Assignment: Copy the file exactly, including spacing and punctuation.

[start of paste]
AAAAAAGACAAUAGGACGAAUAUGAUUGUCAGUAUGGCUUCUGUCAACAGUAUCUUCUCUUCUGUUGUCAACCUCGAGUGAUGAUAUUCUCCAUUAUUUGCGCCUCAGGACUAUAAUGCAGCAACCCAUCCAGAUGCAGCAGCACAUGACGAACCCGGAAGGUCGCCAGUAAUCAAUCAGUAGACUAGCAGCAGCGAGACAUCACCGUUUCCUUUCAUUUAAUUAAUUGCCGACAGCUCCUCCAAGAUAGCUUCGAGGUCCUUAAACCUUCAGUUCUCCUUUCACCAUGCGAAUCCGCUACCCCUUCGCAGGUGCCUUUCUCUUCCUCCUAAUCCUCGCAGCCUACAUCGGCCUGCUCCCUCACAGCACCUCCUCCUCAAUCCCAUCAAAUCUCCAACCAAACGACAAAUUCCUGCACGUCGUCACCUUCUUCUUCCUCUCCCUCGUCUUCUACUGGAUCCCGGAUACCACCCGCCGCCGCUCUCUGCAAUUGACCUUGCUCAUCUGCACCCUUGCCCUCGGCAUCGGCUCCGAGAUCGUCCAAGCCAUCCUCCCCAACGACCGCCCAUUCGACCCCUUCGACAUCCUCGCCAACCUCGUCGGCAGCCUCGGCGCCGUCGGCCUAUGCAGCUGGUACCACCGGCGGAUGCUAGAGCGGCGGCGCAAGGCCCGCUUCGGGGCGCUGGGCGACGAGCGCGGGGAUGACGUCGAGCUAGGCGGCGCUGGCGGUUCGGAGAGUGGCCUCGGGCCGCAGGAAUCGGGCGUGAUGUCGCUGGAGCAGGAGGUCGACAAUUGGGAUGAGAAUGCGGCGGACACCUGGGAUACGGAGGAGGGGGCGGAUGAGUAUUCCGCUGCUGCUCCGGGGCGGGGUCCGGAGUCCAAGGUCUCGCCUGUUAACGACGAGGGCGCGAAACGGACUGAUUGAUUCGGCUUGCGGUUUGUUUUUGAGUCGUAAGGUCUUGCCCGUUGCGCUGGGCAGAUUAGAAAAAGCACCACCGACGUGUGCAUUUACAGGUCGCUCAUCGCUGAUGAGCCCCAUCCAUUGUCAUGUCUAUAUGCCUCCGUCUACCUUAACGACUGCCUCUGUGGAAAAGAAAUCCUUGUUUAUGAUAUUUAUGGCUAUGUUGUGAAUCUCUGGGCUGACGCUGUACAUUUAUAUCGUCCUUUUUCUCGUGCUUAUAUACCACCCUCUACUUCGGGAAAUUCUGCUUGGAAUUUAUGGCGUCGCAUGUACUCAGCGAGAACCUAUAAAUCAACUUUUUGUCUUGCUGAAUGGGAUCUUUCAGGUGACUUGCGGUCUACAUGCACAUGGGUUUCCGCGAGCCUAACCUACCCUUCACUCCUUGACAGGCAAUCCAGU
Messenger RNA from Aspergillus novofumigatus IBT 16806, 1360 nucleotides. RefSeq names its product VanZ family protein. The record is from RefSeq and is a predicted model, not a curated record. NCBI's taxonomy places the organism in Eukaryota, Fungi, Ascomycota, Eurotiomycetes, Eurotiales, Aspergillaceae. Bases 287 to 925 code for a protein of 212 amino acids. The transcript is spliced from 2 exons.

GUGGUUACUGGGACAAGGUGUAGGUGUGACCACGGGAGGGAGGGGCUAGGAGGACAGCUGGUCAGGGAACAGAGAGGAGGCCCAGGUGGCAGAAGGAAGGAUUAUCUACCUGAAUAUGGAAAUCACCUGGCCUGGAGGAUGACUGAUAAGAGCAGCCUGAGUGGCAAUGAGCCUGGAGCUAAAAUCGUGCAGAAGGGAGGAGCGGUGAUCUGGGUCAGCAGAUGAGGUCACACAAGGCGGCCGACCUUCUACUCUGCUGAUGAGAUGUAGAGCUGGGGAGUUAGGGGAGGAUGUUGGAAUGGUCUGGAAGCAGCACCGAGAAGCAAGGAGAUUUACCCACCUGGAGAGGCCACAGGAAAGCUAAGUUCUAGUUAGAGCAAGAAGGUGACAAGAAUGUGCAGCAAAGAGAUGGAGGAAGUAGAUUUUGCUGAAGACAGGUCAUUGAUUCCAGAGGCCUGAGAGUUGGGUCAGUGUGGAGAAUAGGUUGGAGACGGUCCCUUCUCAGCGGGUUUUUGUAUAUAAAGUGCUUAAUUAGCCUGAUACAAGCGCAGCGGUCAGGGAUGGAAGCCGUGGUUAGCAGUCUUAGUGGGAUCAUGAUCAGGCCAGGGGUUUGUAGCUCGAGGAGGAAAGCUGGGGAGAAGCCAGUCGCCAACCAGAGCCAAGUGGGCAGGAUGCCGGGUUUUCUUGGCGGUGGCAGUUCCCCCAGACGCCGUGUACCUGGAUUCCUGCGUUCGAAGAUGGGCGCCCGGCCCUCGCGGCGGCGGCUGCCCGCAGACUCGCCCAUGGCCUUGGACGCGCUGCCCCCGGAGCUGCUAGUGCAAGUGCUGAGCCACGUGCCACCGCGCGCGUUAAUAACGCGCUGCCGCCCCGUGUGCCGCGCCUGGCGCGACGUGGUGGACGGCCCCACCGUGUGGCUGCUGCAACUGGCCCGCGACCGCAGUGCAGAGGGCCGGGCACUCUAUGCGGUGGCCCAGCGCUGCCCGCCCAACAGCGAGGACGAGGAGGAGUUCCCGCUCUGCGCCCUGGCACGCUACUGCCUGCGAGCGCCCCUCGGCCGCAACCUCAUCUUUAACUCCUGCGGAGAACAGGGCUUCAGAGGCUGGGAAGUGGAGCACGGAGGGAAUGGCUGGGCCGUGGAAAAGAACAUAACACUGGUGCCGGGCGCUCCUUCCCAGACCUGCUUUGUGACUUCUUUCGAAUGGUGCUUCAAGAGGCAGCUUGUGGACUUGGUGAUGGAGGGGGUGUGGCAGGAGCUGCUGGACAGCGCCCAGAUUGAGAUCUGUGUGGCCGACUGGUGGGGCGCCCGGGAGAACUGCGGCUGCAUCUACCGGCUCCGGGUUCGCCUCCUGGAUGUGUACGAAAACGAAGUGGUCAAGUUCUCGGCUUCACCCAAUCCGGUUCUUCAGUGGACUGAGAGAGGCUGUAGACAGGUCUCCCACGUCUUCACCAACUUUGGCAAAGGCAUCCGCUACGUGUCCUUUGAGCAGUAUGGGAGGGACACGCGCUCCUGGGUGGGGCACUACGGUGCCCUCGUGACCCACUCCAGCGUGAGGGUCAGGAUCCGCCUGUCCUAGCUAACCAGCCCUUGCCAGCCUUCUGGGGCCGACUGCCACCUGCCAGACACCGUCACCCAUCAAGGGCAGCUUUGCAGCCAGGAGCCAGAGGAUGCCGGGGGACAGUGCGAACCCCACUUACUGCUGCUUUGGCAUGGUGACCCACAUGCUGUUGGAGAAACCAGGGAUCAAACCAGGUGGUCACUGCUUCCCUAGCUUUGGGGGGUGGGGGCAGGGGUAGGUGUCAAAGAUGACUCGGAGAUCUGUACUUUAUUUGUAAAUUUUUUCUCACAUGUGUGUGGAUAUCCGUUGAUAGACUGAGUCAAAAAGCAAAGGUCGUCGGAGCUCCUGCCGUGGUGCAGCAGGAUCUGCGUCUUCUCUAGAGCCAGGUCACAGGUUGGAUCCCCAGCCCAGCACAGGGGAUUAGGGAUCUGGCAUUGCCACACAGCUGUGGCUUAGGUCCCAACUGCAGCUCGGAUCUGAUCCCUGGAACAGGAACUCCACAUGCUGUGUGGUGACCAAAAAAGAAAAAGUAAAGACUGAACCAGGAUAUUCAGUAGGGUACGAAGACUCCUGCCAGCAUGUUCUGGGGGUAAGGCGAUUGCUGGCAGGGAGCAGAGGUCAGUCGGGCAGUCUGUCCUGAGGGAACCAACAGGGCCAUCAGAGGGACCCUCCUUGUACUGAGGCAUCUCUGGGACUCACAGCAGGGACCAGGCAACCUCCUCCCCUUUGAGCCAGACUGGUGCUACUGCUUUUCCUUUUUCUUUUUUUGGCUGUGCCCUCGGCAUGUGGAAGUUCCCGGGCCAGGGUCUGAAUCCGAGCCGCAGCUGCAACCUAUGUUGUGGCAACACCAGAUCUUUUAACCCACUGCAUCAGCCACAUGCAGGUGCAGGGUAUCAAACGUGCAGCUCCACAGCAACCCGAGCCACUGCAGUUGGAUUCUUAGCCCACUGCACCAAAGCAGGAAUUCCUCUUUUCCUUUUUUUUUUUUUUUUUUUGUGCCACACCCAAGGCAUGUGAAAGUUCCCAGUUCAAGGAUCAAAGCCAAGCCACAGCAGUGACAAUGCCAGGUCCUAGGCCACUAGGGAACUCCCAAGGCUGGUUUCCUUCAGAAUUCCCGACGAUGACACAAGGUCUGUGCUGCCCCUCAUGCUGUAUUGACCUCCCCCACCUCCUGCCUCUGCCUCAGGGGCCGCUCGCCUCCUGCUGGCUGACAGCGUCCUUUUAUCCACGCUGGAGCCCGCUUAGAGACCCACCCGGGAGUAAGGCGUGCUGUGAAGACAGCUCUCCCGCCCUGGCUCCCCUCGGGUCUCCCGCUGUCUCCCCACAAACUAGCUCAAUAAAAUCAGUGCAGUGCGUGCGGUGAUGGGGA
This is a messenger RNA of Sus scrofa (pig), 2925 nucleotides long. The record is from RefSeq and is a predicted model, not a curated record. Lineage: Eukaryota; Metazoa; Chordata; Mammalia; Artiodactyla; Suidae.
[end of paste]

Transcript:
AAAAAAGACAAUAGGACGAAUAUGAUUGUCAGUAUGGCUUCUGUCAACAGUAUCUUCUCUUCUGUUGUCAACCUCGAGUGAUGAUAUUCUCCAUUAUUUGCGCCUCAGGACUAUAAUGCAGCAACCCAUCCAGAUGCAGCAGCACAUGACGAACCCGGAAGGUCGCCAGUAAUCAAUCAGUAGACUAGCAGCAGCGAGACAUCACCGUUUCCUUUCAUUUAAUUAAUUGCCGACAGCUCCUCCAAGAUAGCUUCGAGGUCCUUAAACCUUCAGUUCUCCUUUCACCAUGCGAAUCCGCUACCCCUUCGCAGGUGCCUUUCUCUUCCUCCUAAUCCUCGCAGCCUACAUCGGCCUGCUCCCUCACAGCACCUCCUCCUCAAUCCCAUCAAAUCUCCAACCAAACGACAAAUUCCUGCACGUCGUCACCUUCUUCUUCCUCUCCCUCGUCUUCUACUGGAUCCCGGAUACCACCCGCCGCCGCUCUCUGCAAUUGACCUUGCUCAUCUGCACCCUUGCCCUCGGCAUCGGCUCCGAGAUCGUCCAAGCCAUCCUCCCCAACGACCGCCCAUUCGACCCCUUCGACAUCCUCGCCAACCUCGUCGGCAGCCUCGGCGCCGUCGGCCUAUGCAGCUGGUACCACCGGCGGAUGCUAGAGCGGCGGCGCAAGGCCCGCUUCGGGGCGCUGGGCGACGAGCGCGGGGAUGACGUCGAGCUAGGCGGCGCUGGCGGUUCGGAGAGUGGCCUCGGGCCGCAGGAAUCGGGCGUGAUGUCGCUGGAGCAGGAGGUCGACAAUUGGGAUGAGAAUGCGGCGGACACCUGGGAUACGGAGGAGGGGGCGGAUGAGUAUUCCGCUGCUGCUCCGGGGCGGGGUCCGGAGUCCAAGGUCUCGCCUGUUAACGACGAGGGCGCGAAACGGACUGAUUGAUUCGGCUUGCGGUUUGUUUUUGAGUCGUAAGGUCUUGCCCGUUGCGCUGGGCAGAUUAGAAAAAGCACCACCGACGUGUGCAUUUACAGGUCGCUCAUCGCUGAUGAGCCCCAUCCAUUGUCAUGUCUAUAUGCCUCCGUCUACCUUAACGACUGCCUCUGUGGAAAAGAAAUCCUUGUUUAUGAUAUUUAUGGCUAUGUUGUGAAUCUCUGGGCUGACGCUGUACAUUUAUAUCGUCCUUUUUCUCGUGCUUAUAUACCACCCUCUACUUCGGGAAAUUCUGCUUGGAAUUUAUGGCGUCGCAUGUACUCAGCGAGAACCUAUAAAUCAACUUUUUGUCUUGCUGAAUGGGAUCUUUCAGGUGACUUGCGGUCUACAUGCACAUGGGUUUCCGCGAGCCUAACCUACCCUUCACUCCUUGACAGGCAAUCCAGU
Messenger RNA from Aspergillus novofumigatus IBT 16806, 1360 nucleotides. RefSeq names its product VanZ family protein. The record is from RefSeq and is a predicted model, not a curated record. NCBI's taxonomy places the organism in Eukaryota, Fungi, Ascomycota, Eurotiomycetes, Eurotiales, Aspergillaceae. Bases 287 to 925 code for a protein of 212 amino acids. The transcript is spliced from 2 exons.

GUGGUUACUGGGACAAGGUGUAGGUGUGACCACGGGAGGGAGGGGCUAGGAGGACAGCUGGUCAGGGAACAGAGAGGAGGCCCAGGUGGCAGAAGGAAGGAUUAUCUACCUGAAUAUGGAAAUCACCUGGCCUGGAGGAUGACUGAUAAGAGCAGCCUGAGUGGCAAUGAGCCUGGAGCUAAAAUCGUGCAGAAGGGAGGAGCGGUGAUCUGGGUCAGCAGAUGAGGUCACACAAGGCGGCCGACCUUCUACUCUGCUGAUGAGAUGUAGAGCUGGGGAGUUAGGGGAGGAUGUUGGAAUGGUCUGGAAGCAGCACCGAGAAGCAAGGAGAUUUACCCACCUGGAGAGGCCACAGGAAAGCUAAGUUCUAGUUAGAGCAAGAAGGUGACAAGAAUGUGCAGCAAAGAGAUGGAGGAAGUAGAUUUUGCUGAAGACAGGUCAUUGAUUCCAGAGGCCUGAGAGUUGGGUCAGUGUGGAGAAUAGGUUGGAGACGGUCCCUUCUCAGCGGGUUUUUGUAUAUAAAGUGCUUAAUUAGCCUGAUACAAGCGCAGCGGUCAGGGAUGGAAGCCGUGGUUAGCAGUCUUAGUGGGAUCAUGAUCAGGCCAGGGGUUUGUAGCUCGAGGAGGAAAGCUGGGGAGAAGCCAGUCGCCAACCAGAGCCAAGUGGGCAGGAUGCCGGGUUUUCUUGGCGGUGGCAGUUCCCCCAGACGCCGUGUACCUGGAUUCCUGCGUUCGAAGAUGGGCGCCCGGCCCUCGCGGCGGCGGCUGCCCGCAGACUCGCCCAUGGCCUUGGACGCGCUGCCCCCGGAGCUGCUAGUGCAAGUGCUGAGCCACGUGCCACCGCGCGCGUUAAUAACGCGCUGCCGCCCCGUGUGCCGCGCCUGGCGCGACGUGGUGGACGGCCCCACCGUGUGGCUGCUGCAACUGGCCCGCGACCGCAGUGCAGAGGGCCGGGCACUCUAUGCGGUGGCCCAGCGCUGCCCGCCCAACAGCGAGGACGAGGAGGAGUUCCCGCUCUGCGCCCUGGCACGCUACUGCCUGCGAGCGCCCCUCGGCCGCAACCUCAUCUUUAACUCCUGCGGAGAACAGGGCUUCAGAGGCUGGGAAGUGGAGCACGGAGGGAAUGGCUGGGCCGUGGAAAAGAACAUAACACUGGUGCCGGGCGCUCCUUCCCAGACCUGCUUUGUGACUUCUUUCGAAUGGUGCUUCAAGAGGCAGCUUGUGGACUUGGUGAUGGAGGGGGUGUGGCAGGAGCUGCUGGACAGCGCCCAGAUUGAGAUCUGUGUGGCCGACUGGUGGGGCGCCCGGGAGAACUGCGGCUGCAUCUACCGGCUCCGGGUUCGCCUCCUGGAUGUGUACGAAAACGAAGUGGUCAAGUUCUCGGCUUCACCCAAUCCGGUUCUUCAGUGGACUGAGAGAGGCUGUAGACAGGUCUCCCACGUCUUCACCAACUUUGGCAAAGGCAUCCGCUACGUGUCCUUUGAGCAGUAUGGGAGGGACACGCGCUCCUGGGUGGGGCACUACGGUGCCCUCGUGACCCACUCCAGCGUGAGGGUCAGGAUCCGCCUGUCCUAGCUAACCAGCCCUUGCCAGCCUUCUGGGGCCGACUGCCACCUGCCAGACACCGUCACCCAUCAAGGGCAGCUUUGCAGCCAGGAGCCAGAGGAUGCCGGGGGACAGUGCGAACCCCACUUACUGCUGCUUUGGCAUGGUGACCCACAUGCUGUUGGAGAAACCAGGGAUCAAACCAGGUGGUCACUGCUUCCCUAGCUUUGGGGGGUGGGGGCAGGGGUAGGUGUCAAAGAUGACUCGGAGAUCUGUACUUUAUUUGUAAAUUUUUUCUCACAUGUGUGUGGAUAUCCGUUGAUAGACUGAGUCAAAAAGCAAAGGUCGUCGGAGCUCCUGCCGUGGUGCAGCAGGAUCUGCGUCUUCUCUAGAGCCAGGUCACAGGUUGGAUCCCCAGCCCAGCACAGGGGAUUAGGGAUCUGGCAUUGCCACACAGCUGUGGCUUAGGUCCCAACUGCAGCUCGGAUCUGAUCCCUGGAACAGGAACUCCACAUGCUGUGUGGUGACCAAAAAAGAAAAAGUAAAGACUGAACCAGGAUAUUCAGUAGGGUACGAAGACUCCUGCCAGCAUGUUCUGGGGGUAAGGCGAUUGCUGGCAGGGAGCAGAGGUCAGUCGGGCAGUCUGUCCUGAGGGAACCAACAGGGCCAUCAGAGGGACCCUCCUUGUACUGAGGCAUCUCUGGGACUCACAGCAGGGACCAGGCAACCUCCUCCCCUUUGAGCCAGACUGGUGCUACUGCUUUUCCUUUUUCUUUUUUUGGCUGUGCCCUCGGCAUGUGGAAGUUCCCGGGCCAGGGUCUGAAUCCGAGCCGCAGCUGCAACCUAUGUUGUGGCAACACCAGAUCUUUUAACCCACUGCAUCAGCCACAUGCAGGUGCAGGGUAUCAAACGUGCAGCUCCACAGCAACCCGAGCCACUGCAGUUGGAUUCUUAGCCCACUGCACCAAAGCAGGAAUUCCUCUUUUCCUUUUUUUUUUUUUUUUUUUGUGCCACACCCAAGGCAUGUGAAAGUUCCCAGUUCAAGGAUCAAAGCCAAGCCACAGCAGUGACAAUGCCAGGUCCUAGGCCACUAGGGAACUCCCAAGGCUGGUUUCCUUCAGAAUUCCCGACGAUGACACAAGGUCUGUGCUGCCCCUCAUGCUGUAUUGACCUCCCCCACCUCCUGCCUCUGCCUCAGGGGCCGCUCGCCUCCUGCUGGCUGACAGCGUCCUUUUAUCCACGCUGGAGCCCGCUUAGAGACCCACCCGGGAGUAAGGCGUGCUGUGAAGACAGCUCUCCCGCCCUGGCUCCCCUCGGGUCUCCCGCUGUCUCCCCACAAACUAGCUCAAUAAAAUCAGUGCAGUGCGUGCGGUGAUGGGGA
This is a messenger RNA of Sus scrofa (pig), 2925 nucleotides long. The record is from RefSeq and is a predicted model, not a curated record. Lineage: Eukaryota; Metazoa; Chordata; Mammalia; Artiodactyla; Suidae.